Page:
The Cyclones’ rollercoaster season has taken a plunge, and if manager Pedro Lopez isn’t ready to tell it like it is, The Brooklyn Paper will find someone who will.
“I’m in your corner. I’m not going to second-guess you,” the first-year skipper told his team after it lost its fifth of six games on Tuesday night following a 10-game win streak.
Not going to second-guess? This Cyclone isn’t just off the tracks — it’s halfway into New York Harbor.
Luckily, unlike Coney Island’s actual landmarked coaster — whose rickety planks have been hammered by the same repairman, Gerry Menditto, for 34 years — figurative baseball rollercoasters can be fixed by anyone.
“Somebody better teach these young men how to run. I could do it faster,” said 79-year-old fan Gloria Butler.
The feisty Bay Ridge resident explained that the Li’l Amazin’s have been watching their hits from the batter’s box.
But Lopez said hustle wasn’t the issue.
“When somebody isn’t giving 100 percent, I’m the first to take him out of the ballgame. Guys are just a little banged up and exhausted. Maybe she could fill in,” said the manager with a laugh.
Another Clones fan had a detailed tip for Nick Santomauro, who was hitting .175 with no homers through Tuesday.
“He keeps his elbow back, then cocks it just before he swings,” said health-policy researcher John Kasprak as he demonstrated the 2009 Ivy League player of the year’s unorthodox stance.
I relayed the health wonk’s pointer to Santomauro, who quickly rejected it.
“There’s tons of guys in the majors that were told they had funny stances coming up, so I think I’m going to stick with it,” said Santomauro before going 0-for-3 with a strikeout in Sunday’s 5-3 loss to the Yankees.
One fanatic made the trek to Staten Island for that game just to help John Servidio, who has knocked four homers at Keyspan Park, but none on the road.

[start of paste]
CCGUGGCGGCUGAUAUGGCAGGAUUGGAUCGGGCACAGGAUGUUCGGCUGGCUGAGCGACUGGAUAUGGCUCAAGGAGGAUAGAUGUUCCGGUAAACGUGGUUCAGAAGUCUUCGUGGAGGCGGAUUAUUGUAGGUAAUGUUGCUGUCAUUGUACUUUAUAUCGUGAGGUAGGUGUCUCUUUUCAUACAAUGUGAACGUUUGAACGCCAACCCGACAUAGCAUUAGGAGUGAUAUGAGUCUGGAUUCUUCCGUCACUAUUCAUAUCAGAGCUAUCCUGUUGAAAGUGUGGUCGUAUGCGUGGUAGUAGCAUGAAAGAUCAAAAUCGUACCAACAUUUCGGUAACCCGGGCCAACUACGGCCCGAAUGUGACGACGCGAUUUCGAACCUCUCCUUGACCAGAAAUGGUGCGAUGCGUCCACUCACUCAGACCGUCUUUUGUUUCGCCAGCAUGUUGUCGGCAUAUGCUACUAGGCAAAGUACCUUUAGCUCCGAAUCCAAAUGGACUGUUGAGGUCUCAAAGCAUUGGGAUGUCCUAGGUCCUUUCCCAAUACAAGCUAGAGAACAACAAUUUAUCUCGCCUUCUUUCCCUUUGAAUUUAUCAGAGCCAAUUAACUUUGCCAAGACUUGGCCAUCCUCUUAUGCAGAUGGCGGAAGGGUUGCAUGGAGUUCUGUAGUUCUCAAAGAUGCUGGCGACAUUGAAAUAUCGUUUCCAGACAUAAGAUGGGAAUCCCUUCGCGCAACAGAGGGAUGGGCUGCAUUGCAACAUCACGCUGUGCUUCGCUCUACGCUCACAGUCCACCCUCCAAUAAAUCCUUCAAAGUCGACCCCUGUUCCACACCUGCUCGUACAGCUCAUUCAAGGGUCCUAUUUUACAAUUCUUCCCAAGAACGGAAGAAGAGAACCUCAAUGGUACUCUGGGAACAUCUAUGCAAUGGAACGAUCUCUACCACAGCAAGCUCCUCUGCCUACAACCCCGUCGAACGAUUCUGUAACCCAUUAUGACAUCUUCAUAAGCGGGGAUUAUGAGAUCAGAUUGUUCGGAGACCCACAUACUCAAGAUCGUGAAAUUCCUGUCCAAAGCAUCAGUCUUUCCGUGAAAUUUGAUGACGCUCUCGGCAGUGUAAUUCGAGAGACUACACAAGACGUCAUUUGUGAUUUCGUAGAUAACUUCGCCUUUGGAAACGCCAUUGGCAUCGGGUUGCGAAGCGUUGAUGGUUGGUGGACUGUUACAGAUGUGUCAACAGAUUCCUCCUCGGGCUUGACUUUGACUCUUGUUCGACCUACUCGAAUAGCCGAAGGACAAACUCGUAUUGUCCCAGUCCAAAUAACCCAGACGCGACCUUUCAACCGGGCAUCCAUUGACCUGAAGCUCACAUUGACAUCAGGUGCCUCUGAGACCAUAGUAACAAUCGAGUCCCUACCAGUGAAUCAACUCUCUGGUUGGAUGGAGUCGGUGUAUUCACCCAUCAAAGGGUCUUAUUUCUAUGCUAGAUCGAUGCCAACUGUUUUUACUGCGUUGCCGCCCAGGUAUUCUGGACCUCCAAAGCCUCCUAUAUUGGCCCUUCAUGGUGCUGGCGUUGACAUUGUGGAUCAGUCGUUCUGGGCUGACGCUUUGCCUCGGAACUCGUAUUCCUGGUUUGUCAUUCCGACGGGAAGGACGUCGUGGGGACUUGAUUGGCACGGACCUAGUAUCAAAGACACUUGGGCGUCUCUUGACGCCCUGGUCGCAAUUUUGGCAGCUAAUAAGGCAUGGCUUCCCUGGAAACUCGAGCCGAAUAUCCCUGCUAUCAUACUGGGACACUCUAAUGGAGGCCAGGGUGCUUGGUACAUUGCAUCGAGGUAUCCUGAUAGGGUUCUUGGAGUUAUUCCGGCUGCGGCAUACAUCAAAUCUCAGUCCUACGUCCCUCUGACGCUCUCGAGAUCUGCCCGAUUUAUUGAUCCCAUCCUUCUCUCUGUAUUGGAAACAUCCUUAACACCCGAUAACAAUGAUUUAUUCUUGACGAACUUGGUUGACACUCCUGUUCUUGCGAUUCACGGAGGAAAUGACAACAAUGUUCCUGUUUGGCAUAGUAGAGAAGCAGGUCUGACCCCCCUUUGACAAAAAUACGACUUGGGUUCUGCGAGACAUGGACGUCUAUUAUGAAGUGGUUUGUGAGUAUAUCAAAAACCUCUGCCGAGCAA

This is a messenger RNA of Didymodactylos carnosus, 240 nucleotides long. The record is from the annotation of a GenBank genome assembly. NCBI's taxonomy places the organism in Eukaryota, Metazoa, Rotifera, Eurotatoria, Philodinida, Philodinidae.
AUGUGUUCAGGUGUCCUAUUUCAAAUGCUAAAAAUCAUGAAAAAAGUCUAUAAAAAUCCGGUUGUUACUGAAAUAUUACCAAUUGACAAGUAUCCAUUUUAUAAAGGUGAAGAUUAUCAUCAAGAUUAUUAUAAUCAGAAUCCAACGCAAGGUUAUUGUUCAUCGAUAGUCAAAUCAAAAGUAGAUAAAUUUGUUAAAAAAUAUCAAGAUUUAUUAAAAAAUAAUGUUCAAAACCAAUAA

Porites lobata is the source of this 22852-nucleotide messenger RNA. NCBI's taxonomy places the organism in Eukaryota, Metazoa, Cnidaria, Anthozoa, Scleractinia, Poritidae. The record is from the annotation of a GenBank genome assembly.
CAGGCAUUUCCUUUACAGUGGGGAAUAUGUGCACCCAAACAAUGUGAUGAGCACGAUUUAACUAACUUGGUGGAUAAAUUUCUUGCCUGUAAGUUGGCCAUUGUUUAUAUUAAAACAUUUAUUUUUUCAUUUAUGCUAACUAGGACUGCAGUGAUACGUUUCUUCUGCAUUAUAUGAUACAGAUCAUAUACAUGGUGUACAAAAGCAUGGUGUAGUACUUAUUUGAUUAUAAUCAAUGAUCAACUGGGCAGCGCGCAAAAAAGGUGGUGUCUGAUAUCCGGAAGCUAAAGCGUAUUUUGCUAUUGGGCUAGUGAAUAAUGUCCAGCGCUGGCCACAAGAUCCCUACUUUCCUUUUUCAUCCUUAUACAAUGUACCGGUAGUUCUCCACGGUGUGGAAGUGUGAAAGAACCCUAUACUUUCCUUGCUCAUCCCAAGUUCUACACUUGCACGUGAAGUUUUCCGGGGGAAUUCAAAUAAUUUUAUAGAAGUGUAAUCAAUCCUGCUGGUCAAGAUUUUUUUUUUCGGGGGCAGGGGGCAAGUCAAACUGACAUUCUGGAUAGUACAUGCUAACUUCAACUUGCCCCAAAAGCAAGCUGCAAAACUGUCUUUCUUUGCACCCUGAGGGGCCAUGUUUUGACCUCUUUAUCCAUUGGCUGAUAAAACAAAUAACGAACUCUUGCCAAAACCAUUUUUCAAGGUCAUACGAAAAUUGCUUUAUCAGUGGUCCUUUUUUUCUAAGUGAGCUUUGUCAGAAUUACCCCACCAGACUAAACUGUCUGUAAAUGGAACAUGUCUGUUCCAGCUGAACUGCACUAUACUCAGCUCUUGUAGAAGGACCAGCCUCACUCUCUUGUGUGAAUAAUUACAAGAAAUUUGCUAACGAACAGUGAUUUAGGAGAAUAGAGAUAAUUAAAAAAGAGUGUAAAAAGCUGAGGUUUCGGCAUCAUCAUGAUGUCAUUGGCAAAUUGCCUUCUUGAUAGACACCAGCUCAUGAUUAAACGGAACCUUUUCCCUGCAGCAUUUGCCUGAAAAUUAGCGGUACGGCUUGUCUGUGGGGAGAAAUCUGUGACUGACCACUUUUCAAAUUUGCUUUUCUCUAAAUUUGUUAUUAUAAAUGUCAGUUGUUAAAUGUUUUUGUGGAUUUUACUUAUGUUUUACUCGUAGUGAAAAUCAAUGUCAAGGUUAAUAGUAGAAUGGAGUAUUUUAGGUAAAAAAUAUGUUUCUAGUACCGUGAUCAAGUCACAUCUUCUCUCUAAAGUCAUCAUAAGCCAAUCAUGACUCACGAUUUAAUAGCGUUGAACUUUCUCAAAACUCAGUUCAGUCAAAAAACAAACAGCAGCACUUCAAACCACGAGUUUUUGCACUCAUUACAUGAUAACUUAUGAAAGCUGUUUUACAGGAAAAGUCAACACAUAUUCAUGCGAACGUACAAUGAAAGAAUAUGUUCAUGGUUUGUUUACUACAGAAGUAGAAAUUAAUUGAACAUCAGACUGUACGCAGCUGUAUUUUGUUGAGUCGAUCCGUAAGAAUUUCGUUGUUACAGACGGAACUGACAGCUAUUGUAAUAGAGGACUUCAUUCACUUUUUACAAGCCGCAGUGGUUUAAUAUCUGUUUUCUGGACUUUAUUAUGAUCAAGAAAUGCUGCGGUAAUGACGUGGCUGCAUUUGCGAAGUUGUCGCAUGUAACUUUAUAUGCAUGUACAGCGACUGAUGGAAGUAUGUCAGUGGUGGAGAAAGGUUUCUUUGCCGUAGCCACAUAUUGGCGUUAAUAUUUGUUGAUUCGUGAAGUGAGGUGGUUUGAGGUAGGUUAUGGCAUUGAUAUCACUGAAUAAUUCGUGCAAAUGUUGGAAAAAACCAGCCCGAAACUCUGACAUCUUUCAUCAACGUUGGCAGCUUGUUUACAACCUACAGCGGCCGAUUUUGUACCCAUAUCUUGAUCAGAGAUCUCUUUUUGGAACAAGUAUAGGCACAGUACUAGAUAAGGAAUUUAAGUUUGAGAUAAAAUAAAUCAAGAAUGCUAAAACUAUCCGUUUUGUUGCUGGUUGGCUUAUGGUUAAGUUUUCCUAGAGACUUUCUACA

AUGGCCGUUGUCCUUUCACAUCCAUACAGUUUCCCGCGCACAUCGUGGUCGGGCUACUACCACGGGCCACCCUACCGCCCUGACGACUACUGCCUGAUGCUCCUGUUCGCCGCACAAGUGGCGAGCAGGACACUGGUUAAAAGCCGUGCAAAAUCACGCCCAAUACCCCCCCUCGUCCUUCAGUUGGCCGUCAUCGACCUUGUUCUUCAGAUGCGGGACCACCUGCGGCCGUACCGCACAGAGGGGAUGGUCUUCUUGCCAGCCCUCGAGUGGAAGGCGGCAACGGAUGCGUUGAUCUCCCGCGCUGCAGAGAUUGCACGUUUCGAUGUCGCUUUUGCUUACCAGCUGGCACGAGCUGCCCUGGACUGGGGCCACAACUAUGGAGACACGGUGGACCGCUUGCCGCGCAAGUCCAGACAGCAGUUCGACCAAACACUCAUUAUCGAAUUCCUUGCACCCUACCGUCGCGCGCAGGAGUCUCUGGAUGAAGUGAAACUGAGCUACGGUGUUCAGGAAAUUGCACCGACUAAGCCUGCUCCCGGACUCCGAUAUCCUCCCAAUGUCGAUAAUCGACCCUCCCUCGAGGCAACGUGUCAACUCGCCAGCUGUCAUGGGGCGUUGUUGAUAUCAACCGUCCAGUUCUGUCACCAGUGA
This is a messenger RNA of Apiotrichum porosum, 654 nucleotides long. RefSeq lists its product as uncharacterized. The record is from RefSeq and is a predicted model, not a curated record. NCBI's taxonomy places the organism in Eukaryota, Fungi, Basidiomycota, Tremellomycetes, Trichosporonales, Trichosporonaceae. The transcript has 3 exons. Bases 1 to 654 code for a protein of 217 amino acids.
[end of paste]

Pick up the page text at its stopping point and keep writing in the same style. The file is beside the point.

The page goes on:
“Servidio’s homered in every game I’ve attended. I don’t know what he’s doing when I’m not there — guess I’m his good-luck charm,” said dockworker Rich Czapran.
When I asked the star outfielder about the lucky fan, he said they’d already met.
“It’d be nice. I don’t believe it, but it’d be nice,” said the skeptical slugger, who did hit a long double in the defeat. (“Still don’t believe it,” he said after the game.)
A pair of Brooklyn Heights attorneys posited a simple explanation for the Cyclones’ struggles.
During the win streak, “the opposing pitching coaches started watching them and figured out how to throw to them. Now they’re going to have to adjust,” said Julia Porper, a season-ticket holder since 2001.
“They’ve only played three teams, so the opponents have had plenty of time to figure our pitchers out,” added Bob Grace, her partner of 15 years.
The lawyers must have an eye for baseball — or an ear for sports clichés — because the pros agreed.
“We’re seeing the same teams again, and they’ve adjusted to us, so now we need to make some adjustments of our own,” said hitting coach Jack Voight.
“Once you start seeing teams twice, you need to make adjustments to their pitching,” added infielder Matt Gaski.
I’m with the lawyers, too. But to be fair, most Cyclones fans I talked to weren’t ready to panic — including Dave Ward from Williamsburg.
“Don’t let it get to you,” the goateed graphic designer said he’d tell the players. “Remember, you’re here for a reason.”
Zeke Faux is a sports columnist for The Brooklyn Paper. His last name is pronounced “Fox.”
Matt Bouchard, a third-year Cyclone and the team’s leading hitter, will miss the rest of the season. The infielder needs surgery for a right hip impingement. … Sam Honeck missed the series with a strained groin, but skipper Pedro Lopez expected the first baseman to be back in the lineup for Tuesday’s home game against the Williamsport Crosscutters. But, alas, Honeck did not play. He did return on Wednesday and went 2-for-4. … The Mets’ third-round pick, Robbie Shields, took the field for the Cyclones for the first time last Friday and went 0-for-3. The shortstop should bring some power to the middle of the order, Lopez said. … Infielder Joseph Bonfe, a 31st-round pick, joined the club on Saturday, as did rehabbing second baseman Andy Green, who has played 136 games in the majors.